Council to vote on mixed-use affordable housing complex at old WAVE Transit site

WILMINGTON, NC (WWAY) — The push for affordable housing in Wilmington has been a work in progress for years, but more could be on its way.

On Tuesday night, Wilmington City Council will vote on a final agreement with Hipp Architecture and Development, PC for a mixed-use development at 1110 Castle Street, the old WAVE Transit site.

Clark Hipp, the developer, says his plan is to incorporate affordable housing into the development with up to 23 affordable housing condos. He says the old WAVE Transit site has been fenced off with bared wire for decades, and hopes this project will help give the land back to the community.

“We feel like the opportunity to provide housing that fits within the community, that is affordable within the community, along with those commercial uses creates a dynamic and active site,” Hipp said.

Hipp Architecture first proposed the development in October 2019. Clark Hipp says the two existing buildings on the property will be renovated for commercial space, and they’ll add two more buildings for residential space.

“The new units that we will build in the two new buildings will be sold in the affordable market for people making 80% or below the area median income,” he said.

Hipp says they plan to build up to 23 one- and two-bedroom condos in the two new buildings, which will then be sold to Habitat for Humanity and East Coast Community Development, Inc. as affordable housing.

Concerns over affordable housing in Wilmington have been an ongoing issue as many luxury units keep popping up.

“It’s extremely important that not only are we increasing our affordable housing stock, but we’re keeping those houses, and apartments, and complexes that are affordable now, at an affordable rate for the future,” Good Shepherd Center Assistant Director Kyle Abrams said.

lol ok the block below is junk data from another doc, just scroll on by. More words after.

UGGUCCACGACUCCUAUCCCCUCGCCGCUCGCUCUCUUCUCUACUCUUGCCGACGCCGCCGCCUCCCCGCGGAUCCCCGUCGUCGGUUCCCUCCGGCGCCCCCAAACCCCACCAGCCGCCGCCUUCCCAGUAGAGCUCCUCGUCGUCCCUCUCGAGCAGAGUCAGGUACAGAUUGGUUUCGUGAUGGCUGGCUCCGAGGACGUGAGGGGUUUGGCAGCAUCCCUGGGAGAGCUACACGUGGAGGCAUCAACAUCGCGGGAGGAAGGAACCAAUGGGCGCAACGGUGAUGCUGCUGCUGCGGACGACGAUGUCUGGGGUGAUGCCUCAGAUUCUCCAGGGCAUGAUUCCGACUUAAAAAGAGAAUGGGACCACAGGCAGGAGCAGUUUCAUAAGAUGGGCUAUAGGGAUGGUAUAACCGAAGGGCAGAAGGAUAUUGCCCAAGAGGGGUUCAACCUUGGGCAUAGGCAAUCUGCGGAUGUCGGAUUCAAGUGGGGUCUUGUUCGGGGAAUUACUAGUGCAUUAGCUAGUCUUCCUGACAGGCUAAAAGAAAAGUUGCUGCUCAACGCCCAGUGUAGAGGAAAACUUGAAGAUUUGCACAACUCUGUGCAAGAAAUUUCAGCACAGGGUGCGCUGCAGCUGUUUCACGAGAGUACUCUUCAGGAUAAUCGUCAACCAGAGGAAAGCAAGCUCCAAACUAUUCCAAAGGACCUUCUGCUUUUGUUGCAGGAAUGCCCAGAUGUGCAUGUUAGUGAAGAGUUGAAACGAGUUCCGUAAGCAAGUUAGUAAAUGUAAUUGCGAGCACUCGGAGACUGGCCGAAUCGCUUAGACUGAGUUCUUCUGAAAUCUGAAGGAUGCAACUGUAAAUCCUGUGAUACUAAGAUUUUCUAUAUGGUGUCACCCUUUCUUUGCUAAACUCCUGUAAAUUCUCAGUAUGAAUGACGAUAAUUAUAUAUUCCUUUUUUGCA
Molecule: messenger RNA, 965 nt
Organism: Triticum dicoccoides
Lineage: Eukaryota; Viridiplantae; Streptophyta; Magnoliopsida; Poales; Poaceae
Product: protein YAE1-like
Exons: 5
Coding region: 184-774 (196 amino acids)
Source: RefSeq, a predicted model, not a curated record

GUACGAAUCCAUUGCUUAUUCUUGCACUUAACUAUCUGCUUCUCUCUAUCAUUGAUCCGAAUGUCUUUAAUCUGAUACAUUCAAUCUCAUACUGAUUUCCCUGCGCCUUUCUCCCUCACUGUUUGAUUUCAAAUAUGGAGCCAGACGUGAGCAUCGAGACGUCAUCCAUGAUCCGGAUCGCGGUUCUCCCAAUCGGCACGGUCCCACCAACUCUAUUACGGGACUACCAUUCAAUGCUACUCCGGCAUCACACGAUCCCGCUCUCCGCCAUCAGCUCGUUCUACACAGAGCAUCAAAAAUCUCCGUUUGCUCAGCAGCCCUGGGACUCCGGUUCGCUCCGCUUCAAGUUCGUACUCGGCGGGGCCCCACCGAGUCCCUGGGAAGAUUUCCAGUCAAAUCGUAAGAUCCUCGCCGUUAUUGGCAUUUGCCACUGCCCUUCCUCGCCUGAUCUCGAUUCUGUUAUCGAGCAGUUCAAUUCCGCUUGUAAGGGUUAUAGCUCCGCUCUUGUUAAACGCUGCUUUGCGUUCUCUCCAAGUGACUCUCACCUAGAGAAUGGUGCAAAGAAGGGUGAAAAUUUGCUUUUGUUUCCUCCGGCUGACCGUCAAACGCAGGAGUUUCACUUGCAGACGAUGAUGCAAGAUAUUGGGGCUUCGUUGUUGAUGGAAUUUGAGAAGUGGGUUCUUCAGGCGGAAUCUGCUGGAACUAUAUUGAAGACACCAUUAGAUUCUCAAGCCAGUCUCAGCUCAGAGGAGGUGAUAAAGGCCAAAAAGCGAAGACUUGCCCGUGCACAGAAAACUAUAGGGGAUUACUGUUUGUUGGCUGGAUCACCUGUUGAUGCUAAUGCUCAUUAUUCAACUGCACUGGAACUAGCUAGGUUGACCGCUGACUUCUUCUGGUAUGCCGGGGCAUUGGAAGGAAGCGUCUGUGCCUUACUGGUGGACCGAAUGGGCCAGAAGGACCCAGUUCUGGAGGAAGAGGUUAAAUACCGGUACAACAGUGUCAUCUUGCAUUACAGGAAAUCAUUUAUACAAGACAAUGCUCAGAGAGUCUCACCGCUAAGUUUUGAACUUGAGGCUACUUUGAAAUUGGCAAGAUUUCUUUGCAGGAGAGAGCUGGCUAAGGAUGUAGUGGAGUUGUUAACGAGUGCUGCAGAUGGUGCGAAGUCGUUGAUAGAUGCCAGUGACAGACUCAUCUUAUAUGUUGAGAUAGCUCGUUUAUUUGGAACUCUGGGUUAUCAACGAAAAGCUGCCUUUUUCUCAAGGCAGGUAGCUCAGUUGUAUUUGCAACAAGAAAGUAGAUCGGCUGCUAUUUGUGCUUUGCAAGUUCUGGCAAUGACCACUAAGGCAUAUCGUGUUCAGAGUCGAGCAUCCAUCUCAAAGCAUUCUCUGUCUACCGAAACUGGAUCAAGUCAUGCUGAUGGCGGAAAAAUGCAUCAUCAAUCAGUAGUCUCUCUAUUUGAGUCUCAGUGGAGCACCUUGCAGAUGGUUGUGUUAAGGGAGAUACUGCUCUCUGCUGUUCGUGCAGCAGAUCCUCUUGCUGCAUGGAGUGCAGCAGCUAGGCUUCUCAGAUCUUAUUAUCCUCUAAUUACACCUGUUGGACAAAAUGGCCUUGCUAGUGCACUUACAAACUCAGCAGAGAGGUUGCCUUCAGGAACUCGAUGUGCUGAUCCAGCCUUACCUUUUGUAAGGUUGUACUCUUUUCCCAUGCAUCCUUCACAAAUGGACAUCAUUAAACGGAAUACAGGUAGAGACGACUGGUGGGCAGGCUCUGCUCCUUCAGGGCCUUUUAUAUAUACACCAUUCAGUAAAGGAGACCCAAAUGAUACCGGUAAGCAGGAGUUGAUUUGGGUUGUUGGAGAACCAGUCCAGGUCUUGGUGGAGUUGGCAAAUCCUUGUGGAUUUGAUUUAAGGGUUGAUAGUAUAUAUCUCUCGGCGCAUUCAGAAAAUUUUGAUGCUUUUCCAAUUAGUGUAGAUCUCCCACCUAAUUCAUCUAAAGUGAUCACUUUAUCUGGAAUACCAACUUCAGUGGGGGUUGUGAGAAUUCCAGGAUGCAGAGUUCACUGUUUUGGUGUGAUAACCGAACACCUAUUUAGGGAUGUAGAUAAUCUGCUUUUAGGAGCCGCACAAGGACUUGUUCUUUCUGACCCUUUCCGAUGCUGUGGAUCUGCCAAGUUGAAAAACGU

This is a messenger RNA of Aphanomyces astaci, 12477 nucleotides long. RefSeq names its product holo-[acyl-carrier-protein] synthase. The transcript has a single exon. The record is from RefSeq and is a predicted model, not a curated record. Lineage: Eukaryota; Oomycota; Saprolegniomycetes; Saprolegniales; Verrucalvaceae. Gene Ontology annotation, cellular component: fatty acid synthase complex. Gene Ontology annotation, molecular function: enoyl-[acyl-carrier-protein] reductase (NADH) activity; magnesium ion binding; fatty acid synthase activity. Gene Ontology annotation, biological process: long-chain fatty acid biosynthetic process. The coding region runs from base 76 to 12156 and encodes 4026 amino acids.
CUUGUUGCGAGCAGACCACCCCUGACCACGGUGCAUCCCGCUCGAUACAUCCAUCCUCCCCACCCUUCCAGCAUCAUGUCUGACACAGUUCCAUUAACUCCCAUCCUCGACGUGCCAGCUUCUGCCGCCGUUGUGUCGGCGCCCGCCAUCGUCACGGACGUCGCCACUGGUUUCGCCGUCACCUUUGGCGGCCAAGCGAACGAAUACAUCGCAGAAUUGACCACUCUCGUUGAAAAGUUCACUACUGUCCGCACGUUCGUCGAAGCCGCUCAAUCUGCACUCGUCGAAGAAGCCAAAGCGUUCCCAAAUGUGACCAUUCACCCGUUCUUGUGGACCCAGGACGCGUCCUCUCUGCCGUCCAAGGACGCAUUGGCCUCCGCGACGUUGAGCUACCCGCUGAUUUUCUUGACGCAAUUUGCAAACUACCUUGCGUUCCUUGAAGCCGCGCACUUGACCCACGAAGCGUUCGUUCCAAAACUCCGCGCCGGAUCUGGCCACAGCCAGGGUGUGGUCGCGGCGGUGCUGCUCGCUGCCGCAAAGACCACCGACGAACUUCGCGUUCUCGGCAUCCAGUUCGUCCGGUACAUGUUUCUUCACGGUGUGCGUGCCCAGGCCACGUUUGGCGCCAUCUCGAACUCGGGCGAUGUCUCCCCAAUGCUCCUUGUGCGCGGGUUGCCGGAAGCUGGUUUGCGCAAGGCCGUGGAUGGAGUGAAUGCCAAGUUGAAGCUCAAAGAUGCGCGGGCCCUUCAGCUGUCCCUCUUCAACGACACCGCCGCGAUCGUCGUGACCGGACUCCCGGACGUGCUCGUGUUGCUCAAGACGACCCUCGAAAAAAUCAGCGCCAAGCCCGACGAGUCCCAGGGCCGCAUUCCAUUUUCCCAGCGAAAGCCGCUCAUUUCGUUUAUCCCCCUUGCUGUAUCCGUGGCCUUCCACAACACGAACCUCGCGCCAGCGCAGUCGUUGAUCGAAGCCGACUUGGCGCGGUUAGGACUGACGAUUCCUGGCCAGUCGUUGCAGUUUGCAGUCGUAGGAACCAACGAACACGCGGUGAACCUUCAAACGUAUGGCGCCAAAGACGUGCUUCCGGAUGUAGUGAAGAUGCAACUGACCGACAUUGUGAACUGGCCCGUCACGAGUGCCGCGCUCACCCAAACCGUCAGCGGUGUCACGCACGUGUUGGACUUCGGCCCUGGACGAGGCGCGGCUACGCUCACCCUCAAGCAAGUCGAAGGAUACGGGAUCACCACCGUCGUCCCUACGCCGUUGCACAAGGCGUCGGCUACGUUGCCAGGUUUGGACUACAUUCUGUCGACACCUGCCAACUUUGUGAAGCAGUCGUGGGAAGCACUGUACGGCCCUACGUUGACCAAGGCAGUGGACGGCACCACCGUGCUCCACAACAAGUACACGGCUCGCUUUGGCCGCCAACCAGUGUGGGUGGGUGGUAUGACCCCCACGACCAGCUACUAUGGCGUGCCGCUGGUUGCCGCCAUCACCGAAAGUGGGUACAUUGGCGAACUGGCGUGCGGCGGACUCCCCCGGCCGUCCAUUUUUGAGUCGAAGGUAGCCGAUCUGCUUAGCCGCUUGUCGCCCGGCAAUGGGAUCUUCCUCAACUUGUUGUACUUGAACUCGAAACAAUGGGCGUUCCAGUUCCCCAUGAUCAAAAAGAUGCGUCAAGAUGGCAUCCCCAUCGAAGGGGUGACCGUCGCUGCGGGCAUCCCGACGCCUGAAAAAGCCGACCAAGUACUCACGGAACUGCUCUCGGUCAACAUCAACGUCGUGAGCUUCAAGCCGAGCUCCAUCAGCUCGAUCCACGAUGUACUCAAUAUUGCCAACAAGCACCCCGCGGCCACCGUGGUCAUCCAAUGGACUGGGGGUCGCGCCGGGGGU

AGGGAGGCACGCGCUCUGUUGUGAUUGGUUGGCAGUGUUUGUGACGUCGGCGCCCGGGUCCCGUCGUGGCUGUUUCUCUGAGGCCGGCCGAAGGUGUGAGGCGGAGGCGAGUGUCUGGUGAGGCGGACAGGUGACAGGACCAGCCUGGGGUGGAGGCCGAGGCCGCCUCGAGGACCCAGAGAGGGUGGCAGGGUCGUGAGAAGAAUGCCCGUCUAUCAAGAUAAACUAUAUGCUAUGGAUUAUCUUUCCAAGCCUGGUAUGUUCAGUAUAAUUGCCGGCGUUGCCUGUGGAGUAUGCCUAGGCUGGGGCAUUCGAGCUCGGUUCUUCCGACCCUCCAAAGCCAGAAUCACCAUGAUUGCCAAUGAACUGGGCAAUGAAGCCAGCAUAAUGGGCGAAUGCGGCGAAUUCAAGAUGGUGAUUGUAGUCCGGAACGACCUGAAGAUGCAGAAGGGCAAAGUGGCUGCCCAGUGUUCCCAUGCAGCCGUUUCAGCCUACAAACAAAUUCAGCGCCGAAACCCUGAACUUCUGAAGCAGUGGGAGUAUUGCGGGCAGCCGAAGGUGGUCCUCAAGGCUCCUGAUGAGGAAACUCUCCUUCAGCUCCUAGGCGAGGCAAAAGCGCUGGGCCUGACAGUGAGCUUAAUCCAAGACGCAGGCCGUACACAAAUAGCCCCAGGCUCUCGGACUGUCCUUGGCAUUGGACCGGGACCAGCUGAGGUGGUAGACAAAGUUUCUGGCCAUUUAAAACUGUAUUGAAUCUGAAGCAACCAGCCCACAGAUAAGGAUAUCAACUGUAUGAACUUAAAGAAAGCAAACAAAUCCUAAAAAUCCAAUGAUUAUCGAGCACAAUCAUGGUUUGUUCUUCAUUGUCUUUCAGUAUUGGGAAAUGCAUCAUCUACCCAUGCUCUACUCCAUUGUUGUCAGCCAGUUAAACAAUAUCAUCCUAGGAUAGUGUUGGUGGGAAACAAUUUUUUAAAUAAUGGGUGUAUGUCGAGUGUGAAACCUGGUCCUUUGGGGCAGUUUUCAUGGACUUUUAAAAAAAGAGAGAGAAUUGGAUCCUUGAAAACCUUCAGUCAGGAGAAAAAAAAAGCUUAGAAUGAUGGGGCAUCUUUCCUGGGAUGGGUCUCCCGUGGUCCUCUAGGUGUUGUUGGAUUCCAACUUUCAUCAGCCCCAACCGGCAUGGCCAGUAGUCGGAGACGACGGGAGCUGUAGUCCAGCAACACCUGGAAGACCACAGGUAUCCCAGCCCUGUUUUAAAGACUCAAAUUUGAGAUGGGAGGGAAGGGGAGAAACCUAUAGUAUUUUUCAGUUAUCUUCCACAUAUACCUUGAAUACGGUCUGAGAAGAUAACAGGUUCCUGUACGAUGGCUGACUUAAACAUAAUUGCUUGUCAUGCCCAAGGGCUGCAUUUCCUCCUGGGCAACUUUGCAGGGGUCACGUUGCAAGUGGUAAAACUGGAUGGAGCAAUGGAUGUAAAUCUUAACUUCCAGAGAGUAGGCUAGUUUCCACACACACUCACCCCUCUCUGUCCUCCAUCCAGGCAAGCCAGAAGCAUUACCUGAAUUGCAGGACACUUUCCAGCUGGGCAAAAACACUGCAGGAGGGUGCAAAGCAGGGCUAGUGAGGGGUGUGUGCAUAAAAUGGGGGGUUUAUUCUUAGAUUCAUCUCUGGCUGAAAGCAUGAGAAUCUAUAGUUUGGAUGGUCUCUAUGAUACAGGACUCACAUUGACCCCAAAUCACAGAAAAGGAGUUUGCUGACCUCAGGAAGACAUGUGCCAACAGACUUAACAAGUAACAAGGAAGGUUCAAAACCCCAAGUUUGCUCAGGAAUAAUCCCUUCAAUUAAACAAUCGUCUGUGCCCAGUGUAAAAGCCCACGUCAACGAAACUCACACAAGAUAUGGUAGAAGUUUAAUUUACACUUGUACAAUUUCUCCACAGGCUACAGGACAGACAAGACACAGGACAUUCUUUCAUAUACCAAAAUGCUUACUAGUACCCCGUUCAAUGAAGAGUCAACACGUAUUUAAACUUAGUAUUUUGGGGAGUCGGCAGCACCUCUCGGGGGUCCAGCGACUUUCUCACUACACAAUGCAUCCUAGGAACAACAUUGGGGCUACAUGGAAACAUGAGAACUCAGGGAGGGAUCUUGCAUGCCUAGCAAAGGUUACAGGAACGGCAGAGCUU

Abrams says affordable housing is really needed in all areas of the community.

“I think our community doesn’t quite understand, or is on the verge of understanding the need here,” Abrams said.

According to the development proposal, the project has the potential to attract up to 15 commercial tenants.

“It’s certainly a great fit along Castle Street,” Hipp said. “It’s a great opportunity to draw that type of development along Castle Street.”

Hipp says they could also potentially add more residential space to the existing buildings, but that would not be guaranteed to be affordable housing.

If approved, he says they’ll apply for a Brownfield Agreement through the N.C. DEQ to figure out if any additional remediation is needed on the land.

Hipp says there used to be fuel tanks on the property which were removed in the 1990s, and remediation was done by the city. But since they’re redeveloping the land through a private lending institution, Hipp says they’ll have to go through the process of applying for a Brownfield Agreement.

Hipp says they’re expecting the application process to take around six months, and hopes to start construction in the spring of 2021.

If the development is approved, Hipp hopes the two existing buildings will be done by late 2021, and the new condo buildings by the summer of 2022.

He expects the project to cost around $7.5 to $8.5 million.

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